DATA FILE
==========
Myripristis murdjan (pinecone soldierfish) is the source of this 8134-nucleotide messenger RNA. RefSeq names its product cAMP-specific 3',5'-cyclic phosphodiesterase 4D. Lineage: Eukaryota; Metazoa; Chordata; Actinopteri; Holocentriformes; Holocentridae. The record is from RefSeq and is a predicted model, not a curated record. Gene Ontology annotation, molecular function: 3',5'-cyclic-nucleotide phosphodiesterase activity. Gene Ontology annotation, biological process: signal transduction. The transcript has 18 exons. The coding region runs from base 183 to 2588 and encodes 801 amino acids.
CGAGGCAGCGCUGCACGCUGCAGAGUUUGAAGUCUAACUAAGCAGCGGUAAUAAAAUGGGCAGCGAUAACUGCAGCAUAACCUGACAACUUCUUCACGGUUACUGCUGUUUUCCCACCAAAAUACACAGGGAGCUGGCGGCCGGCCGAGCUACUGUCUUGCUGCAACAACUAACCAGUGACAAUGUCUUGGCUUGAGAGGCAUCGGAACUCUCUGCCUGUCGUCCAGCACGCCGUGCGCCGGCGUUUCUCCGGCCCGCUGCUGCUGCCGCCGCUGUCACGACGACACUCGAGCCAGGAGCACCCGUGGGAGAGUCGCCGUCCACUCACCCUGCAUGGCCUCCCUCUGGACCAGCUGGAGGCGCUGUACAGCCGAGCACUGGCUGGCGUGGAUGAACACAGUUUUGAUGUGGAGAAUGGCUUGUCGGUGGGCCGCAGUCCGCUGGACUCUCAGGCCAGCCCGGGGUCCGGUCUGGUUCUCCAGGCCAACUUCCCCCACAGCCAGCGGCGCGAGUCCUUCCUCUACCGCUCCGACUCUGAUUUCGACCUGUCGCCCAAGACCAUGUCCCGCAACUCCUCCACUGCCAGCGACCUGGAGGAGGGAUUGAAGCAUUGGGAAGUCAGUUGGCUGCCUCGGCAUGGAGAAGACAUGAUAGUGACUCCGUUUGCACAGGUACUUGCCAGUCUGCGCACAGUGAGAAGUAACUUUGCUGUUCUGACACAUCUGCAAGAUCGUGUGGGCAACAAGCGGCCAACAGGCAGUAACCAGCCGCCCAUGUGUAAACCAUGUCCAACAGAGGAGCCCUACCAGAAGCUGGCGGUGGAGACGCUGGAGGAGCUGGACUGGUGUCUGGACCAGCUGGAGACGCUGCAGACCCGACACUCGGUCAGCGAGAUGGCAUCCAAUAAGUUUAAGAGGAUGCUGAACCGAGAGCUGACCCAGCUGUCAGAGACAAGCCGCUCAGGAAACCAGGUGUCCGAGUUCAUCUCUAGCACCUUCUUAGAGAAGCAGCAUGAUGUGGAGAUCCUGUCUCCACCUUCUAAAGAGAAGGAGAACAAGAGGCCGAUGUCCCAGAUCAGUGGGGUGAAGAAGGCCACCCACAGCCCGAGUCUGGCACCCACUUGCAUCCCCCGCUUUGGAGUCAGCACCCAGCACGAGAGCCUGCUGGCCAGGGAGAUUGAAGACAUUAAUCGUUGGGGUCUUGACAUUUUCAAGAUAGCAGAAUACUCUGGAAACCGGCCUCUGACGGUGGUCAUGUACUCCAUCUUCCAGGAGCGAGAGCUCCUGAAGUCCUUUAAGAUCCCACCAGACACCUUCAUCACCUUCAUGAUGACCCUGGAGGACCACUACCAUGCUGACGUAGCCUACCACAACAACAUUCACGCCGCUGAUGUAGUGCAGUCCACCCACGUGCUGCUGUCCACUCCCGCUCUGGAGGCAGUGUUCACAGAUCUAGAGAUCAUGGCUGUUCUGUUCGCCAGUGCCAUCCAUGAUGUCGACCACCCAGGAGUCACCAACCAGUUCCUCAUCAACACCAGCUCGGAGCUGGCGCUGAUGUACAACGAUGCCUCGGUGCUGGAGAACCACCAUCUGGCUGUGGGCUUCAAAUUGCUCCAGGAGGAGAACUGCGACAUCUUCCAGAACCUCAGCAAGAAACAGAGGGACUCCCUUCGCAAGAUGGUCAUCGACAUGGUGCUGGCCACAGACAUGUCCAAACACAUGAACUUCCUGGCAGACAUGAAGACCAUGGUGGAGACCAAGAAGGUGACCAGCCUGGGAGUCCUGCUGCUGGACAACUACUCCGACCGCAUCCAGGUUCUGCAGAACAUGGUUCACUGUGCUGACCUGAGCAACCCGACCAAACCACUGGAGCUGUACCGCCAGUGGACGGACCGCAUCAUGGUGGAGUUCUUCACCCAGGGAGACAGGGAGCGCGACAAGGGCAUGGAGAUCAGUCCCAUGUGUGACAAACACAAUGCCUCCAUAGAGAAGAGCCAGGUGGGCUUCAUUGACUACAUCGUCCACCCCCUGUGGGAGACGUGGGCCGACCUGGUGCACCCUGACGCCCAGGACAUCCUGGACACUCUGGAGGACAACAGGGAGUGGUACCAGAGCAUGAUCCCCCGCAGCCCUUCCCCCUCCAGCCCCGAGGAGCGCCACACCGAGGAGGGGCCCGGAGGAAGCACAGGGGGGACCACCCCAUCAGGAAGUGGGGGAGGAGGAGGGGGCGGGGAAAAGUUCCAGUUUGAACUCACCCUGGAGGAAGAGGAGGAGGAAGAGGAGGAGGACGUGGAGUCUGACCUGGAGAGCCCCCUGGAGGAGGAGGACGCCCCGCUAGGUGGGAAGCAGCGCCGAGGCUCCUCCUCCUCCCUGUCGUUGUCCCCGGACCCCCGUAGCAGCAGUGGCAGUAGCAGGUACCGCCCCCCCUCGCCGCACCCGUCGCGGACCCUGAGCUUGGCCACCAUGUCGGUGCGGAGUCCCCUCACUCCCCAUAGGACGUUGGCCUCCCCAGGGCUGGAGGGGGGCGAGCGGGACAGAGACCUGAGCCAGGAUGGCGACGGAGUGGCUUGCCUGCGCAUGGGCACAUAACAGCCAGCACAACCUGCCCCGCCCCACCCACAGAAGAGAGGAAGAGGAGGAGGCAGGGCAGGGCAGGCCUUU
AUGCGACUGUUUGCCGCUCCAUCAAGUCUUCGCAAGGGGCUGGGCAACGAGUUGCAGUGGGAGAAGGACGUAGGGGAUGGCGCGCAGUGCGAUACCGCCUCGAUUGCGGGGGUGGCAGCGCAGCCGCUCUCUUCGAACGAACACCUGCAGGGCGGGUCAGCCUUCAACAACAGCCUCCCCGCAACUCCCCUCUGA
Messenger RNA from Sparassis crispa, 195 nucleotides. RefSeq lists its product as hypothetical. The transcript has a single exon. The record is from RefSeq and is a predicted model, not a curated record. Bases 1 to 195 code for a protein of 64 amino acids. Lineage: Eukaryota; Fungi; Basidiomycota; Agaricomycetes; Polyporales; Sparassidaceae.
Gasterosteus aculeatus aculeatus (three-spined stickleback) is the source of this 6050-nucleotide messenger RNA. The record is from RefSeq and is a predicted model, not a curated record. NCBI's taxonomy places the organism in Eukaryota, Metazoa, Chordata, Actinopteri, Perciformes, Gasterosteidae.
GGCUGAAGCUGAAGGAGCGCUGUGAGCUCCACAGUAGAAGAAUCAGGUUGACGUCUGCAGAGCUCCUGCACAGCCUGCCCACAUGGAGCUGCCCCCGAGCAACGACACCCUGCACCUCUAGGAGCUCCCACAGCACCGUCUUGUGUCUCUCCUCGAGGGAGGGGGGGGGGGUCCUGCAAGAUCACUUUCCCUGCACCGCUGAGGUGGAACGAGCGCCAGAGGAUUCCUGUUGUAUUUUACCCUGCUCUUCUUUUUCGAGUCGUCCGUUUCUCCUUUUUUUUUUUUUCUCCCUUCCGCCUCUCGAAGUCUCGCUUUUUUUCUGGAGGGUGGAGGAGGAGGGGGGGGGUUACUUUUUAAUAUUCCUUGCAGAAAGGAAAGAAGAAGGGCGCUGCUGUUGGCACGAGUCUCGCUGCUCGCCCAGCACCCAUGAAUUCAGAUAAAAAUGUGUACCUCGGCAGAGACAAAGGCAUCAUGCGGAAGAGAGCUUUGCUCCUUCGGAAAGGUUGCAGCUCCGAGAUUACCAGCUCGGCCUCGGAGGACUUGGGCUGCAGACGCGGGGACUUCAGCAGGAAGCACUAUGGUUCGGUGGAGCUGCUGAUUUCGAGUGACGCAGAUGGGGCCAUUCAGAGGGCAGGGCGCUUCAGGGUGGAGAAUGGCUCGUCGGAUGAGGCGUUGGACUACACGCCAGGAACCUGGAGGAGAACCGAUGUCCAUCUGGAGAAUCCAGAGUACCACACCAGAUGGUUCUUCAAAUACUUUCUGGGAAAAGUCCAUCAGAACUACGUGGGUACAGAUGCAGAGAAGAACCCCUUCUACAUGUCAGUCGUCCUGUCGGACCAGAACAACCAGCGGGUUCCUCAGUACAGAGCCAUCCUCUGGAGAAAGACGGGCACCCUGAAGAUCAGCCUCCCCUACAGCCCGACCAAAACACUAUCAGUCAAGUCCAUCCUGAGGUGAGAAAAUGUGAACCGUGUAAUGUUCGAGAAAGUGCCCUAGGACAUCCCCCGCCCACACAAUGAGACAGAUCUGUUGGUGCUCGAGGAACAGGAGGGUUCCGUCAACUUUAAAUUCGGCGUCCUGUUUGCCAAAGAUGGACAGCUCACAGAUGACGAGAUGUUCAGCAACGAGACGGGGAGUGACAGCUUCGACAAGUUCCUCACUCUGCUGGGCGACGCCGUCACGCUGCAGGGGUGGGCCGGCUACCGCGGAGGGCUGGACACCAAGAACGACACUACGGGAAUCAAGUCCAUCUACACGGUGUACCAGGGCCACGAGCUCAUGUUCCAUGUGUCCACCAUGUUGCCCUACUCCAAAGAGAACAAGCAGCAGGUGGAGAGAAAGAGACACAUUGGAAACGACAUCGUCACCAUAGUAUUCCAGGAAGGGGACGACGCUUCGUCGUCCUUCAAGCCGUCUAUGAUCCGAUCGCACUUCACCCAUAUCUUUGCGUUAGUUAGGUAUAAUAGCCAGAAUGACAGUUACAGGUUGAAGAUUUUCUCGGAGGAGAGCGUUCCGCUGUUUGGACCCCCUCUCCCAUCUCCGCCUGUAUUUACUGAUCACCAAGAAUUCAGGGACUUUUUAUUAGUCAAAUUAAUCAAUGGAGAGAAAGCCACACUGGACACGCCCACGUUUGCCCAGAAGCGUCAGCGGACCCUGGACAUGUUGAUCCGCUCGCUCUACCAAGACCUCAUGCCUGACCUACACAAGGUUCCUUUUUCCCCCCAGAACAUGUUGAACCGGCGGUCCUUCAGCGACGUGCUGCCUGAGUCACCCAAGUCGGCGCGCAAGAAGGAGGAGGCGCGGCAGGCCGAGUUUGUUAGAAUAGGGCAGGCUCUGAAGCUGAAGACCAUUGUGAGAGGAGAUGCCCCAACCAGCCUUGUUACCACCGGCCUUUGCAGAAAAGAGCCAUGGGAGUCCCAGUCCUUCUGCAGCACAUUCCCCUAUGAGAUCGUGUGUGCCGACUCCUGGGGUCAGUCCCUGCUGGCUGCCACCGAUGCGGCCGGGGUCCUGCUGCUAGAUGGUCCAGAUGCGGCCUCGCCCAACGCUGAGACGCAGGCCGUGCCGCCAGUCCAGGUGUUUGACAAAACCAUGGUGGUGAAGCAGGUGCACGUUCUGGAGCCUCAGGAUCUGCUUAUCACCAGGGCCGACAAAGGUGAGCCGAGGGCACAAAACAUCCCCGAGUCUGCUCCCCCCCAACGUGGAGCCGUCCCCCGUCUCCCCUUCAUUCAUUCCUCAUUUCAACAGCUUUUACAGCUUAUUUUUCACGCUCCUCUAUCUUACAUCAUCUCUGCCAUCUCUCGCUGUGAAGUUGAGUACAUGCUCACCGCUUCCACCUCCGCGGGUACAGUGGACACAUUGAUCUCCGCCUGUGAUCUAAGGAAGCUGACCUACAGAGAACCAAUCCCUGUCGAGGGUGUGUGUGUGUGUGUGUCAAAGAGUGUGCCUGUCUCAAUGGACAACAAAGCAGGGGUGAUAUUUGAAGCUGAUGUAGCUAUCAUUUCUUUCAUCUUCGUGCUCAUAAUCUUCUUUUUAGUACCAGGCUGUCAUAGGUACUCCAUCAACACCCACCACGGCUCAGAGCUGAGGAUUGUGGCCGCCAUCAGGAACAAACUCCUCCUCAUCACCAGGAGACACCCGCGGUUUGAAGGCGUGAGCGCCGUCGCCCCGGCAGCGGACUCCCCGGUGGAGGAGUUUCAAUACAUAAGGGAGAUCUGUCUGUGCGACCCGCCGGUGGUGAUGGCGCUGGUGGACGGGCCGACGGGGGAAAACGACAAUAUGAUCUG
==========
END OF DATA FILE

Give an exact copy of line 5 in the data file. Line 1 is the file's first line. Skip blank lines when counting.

Gasterosteus aculeatus aculeatus (three-spined stickleback) is the source of this 6050-nucleotide messenger RNA. The record is from RefSeq and is a predicted model, not a curated record. NCBI's taxonomy places the organism in Eukaryota, Metazoa, Chordata, Actinopteri, Perciformes, Gasterosteidae.